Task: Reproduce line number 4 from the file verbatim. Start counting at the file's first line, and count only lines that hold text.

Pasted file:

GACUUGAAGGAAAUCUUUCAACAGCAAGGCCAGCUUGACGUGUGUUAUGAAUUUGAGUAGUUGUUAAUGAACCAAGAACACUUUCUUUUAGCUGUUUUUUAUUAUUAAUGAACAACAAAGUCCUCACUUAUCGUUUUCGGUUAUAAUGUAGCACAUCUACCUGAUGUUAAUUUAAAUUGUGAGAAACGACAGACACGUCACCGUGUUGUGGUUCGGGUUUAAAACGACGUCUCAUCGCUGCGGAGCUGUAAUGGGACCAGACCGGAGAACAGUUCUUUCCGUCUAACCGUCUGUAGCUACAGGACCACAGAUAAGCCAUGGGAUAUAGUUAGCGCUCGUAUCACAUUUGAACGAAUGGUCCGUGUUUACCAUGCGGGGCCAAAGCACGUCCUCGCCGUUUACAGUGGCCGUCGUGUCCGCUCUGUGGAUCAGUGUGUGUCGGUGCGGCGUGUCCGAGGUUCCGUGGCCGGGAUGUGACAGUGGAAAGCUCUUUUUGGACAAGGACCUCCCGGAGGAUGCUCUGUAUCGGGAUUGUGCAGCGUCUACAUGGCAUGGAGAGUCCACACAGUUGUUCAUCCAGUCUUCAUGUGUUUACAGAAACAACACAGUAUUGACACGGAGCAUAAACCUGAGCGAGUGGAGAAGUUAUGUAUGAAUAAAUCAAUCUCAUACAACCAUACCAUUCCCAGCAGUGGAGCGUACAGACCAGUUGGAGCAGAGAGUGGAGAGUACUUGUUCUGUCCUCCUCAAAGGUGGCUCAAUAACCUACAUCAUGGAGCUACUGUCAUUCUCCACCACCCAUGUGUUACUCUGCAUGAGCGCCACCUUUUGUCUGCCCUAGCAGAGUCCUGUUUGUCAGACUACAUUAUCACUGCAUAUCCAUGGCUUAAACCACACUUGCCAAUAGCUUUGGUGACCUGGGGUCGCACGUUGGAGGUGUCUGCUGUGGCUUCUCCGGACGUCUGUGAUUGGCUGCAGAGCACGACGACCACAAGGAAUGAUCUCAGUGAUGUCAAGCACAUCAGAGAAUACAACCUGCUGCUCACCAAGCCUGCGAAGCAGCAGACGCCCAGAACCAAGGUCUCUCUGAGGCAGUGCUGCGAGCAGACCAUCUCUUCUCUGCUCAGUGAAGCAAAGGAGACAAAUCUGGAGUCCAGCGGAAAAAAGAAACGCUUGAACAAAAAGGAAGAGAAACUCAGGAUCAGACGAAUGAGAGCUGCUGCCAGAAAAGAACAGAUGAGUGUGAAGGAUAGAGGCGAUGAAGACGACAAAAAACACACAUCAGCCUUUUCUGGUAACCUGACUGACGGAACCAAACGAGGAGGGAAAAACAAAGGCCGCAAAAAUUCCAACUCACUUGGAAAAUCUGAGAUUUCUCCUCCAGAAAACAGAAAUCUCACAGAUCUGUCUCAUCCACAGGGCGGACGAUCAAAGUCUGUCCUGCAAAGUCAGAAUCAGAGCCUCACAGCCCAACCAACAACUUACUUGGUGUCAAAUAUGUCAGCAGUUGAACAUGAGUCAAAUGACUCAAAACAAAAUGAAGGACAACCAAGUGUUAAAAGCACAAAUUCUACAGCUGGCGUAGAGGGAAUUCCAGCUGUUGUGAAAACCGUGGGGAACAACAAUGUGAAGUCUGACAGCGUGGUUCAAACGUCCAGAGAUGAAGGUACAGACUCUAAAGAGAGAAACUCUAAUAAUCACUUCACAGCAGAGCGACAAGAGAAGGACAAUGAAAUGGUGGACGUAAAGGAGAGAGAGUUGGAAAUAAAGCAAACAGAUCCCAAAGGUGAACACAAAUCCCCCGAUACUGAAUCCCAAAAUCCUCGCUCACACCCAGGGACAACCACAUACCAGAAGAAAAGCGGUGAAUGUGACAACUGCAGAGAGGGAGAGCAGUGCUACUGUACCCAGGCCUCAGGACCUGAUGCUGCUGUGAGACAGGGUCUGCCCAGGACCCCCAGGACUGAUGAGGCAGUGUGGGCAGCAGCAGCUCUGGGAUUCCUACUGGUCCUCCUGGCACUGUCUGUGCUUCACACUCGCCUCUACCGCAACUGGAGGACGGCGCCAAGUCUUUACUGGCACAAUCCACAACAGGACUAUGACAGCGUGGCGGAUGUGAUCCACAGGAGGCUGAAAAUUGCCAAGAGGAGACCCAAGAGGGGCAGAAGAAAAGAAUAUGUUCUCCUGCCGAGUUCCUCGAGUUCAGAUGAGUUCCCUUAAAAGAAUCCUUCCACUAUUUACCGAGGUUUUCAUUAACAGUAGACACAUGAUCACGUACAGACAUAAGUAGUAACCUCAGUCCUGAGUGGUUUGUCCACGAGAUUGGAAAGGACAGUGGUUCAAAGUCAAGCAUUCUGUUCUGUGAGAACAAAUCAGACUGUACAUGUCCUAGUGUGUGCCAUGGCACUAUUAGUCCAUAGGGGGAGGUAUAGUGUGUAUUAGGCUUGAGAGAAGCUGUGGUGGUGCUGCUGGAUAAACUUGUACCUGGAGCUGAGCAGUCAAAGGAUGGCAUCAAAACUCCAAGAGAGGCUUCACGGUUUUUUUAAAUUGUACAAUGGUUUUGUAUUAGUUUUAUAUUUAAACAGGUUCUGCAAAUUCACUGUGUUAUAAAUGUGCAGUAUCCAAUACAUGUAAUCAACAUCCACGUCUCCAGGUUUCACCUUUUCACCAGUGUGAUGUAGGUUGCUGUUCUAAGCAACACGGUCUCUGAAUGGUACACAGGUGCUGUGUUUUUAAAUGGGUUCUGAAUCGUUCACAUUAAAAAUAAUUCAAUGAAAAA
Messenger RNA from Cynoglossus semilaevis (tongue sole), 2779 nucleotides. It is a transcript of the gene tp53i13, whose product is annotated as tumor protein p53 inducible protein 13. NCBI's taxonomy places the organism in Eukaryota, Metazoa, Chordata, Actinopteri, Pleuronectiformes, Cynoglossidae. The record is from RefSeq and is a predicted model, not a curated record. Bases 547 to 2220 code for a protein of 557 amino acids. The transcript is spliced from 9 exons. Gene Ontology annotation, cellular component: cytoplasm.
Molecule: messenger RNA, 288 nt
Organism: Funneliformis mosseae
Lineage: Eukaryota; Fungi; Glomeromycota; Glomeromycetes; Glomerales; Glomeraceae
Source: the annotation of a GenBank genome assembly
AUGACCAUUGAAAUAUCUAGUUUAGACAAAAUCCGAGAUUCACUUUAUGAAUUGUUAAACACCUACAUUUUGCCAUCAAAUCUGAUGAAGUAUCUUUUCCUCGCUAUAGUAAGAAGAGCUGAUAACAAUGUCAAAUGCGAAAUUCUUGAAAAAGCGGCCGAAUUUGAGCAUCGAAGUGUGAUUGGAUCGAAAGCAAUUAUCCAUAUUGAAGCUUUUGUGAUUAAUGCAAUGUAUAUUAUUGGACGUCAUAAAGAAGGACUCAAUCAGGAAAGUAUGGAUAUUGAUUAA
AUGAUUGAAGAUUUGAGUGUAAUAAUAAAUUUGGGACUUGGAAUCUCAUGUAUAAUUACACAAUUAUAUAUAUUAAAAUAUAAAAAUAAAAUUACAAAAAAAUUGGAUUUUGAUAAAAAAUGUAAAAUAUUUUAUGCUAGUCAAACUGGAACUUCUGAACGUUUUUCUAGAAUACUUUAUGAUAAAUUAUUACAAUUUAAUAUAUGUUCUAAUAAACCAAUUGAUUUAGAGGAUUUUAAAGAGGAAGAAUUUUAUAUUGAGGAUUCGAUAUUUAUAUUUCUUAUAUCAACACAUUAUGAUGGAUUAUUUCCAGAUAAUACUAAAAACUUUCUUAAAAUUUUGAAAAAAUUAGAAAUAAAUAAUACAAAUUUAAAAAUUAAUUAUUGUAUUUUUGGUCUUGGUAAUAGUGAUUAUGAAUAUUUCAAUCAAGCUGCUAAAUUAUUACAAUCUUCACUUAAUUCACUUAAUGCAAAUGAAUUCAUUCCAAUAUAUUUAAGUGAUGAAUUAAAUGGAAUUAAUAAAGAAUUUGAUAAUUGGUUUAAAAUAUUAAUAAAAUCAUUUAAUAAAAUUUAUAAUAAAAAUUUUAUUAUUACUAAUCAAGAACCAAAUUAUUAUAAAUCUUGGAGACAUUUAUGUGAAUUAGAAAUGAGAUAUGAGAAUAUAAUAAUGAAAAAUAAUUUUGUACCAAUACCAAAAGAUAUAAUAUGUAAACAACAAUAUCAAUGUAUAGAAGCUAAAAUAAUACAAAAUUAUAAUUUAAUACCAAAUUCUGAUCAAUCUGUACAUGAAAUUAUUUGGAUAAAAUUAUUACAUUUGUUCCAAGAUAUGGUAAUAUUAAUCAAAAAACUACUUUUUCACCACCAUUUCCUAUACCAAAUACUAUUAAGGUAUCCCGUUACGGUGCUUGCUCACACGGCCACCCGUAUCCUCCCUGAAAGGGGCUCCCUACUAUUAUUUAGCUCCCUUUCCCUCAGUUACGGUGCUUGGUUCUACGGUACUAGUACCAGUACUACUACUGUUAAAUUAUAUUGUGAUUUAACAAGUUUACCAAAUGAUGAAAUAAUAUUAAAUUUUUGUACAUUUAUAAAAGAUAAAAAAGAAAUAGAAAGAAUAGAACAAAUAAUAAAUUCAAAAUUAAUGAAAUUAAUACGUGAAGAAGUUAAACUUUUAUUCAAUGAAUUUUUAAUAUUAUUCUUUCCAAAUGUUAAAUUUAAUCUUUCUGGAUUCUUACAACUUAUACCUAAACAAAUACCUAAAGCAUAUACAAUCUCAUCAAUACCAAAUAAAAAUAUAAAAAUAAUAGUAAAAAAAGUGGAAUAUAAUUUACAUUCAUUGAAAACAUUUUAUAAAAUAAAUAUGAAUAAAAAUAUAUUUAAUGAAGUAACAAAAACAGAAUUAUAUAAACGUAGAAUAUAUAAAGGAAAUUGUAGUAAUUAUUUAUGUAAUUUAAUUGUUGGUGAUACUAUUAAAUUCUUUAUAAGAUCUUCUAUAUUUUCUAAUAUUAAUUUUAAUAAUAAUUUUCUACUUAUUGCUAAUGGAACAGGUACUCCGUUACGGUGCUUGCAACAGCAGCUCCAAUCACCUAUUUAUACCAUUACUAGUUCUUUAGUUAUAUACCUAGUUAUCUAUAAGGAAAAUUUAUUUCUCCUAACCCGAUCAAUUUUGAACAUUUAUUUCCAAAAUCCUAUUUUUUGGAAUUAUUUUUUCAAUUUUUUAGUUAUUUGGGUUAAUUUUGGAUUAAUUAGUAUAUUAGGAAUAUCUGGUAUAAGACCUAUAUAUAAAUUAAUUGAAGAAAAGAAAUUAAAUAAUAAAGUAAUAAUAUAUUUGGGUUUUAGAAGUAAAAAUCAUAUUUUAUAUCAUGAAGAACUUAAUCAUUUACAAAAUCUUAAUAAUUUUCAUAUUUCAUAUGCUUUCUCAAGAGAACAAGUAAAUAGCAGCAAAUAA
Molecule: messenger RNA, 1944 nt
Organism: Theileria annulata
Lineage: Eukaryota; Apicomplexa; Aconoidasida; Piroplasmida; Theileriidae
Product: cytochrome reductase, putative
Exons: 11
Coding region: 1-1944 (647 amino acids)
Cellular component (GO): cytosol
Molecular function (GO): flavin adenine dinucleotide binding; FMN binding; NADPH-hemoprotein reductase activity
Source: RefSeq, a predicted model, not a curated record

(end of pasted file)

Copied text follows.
Organism: Funneliformis mosseae